have such a huge effect on how I want to play. I don't play with
the rhythm sections on those recordings, or in the eras they played
in, so I remain focused on what it takes to make the best music
with the guys I play with. There are a lot of players of my generation
who would declare outrightly that nobody's doing anything as good
these days as in the glory years of the 50s and 60s. For me, that's
a pointless way of looking at it. We have to make our own jazz.
For me growing up in Kingston, great jazz recordings awakened my
imagination from a cultural coma of mostly shitty, commercial AM
pop music. Our jazz has to be true to our own life experiences or
it's pretty much culturally irrelevant.
you think that listening to a lot of other music, classics on records
or whatever, would deepen your own music, rather than influence
you in a way you didn't like? Just as checking out other art forms,
reading, travelling . . . etc., in other words all experience .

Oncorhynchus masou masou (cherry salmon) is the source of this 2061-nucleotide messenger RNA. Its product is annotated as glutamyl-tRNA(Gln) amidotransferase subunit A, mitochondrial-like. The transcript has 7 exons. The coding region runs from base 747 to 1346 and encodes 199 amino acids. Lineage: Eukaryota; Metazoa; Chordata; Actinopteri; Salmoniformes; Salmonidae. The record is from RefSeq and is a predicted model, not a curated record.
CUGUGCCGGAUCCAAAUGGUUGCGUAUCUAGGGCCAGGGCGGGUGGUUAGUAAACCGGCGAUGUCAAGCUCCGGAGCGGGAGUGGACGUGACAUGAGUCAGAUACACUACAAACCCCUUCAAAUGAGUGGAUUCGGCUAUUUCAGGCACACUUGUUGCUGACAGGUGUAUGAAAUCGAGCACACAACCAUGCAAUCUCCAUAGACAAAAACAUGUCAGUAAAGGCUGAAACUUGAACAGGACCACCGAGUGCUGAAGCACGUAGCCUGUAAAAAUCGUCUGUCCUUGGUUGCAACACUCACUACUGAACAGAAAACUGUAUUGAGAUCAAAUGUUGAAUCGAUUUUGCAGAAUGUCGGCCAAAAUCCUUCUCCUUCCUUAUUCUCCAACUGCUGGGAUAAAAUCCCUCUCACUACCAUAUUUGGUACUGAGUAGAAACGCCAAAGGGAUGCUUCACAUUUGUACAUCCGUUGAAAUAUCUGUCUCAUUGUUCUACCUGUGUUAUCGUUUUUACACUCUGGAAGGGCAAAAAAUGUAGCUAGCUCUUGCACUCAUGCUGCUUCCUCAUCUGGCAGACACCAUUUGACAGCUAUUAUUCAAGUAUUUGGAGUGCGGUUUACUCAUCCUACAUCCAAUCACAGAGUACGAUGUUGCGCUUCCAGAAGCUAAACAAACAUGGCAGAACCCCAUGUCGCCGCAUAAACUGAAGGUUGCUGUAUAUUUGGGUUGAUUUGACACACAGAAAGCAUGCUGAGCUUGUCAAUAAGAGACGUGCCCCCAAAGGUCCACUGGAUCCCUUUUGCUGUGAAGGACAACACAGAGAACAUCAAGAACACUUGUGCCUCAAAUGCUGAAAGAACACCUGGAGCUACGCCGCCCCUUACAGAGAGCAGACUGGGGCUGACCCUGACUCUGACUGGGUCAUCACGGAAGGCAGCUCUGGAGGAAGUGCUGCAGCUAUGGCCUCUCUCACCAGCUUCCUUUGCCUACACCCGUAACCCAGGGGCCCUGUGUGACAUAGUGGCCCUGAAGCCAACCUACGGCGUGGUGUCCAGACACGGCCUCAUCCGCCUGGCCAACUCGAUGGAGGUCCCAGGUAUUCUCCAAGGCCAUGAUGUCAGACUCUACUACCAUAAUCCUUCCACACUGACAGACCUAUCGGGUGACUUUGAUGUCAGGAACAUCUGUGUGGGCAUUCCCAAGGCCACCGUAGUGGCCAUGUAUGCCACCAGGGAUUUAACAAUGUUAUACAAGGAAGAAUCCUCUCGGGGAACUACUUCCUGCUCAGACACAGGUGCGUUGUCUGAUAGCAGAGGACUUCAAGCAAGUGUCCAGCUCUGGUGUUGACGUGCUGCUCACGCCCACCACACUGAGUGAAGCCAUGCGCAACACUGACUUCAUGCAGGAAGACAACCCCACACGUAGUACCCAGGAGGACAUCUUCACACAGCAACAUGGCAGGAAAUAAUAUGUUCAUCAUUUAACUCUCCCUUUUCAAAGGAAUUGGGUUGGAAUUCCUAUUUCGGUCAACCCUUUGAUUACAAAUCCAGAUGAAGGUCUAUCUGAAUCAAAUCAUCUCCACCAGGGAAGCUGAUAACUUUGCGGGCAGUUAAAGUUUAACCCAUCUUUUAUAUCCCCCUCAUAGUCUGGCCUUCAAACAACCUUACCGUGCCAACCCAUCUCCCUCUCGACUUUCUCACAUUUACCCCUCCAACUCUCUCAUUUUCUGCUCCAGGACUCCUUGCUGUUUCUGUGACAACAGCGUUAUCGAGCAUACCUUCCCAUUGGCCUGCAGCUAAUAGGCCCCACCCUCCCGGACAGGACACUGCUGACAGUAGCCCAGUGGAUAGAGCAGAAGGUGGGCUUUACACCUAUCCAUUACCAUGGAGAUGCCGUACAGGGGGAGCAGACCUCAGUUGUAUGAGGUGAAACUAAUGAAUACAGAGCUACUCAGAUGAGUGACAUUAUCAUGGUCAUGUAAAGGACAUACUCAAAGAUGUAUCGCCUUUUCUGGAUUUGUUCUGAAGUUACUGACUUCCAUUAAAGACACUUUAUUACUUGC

. . don't you think that would enrich you as a person, thereby enriching
your music? Or have I misunderstood? I do that sometimes.
No you don't misunderstand,
but to clarify, people don't get to where I am without listening
to, studying, and absorbing a ton of music. It's just that, at a
certain point you figure out what it is you love or need to do with
music, and sometimes (like in my case) it isn't helped so much by
doing the same things that got you there in the first place. The
things that I need to do to produce my best playing don't have much
to do with listening to classic recordings anymore. It's true that
I do feel enriched by other art forms, from time to time. And sometimes
I hear a player who really ignites my imagination, and I'm thankful.
I guess there are a lot of different ways to grow as a person and
continued on Page 2
Top photo of Mike, and the current trio by Victor Dezso
Mike in the studio by Brian Nation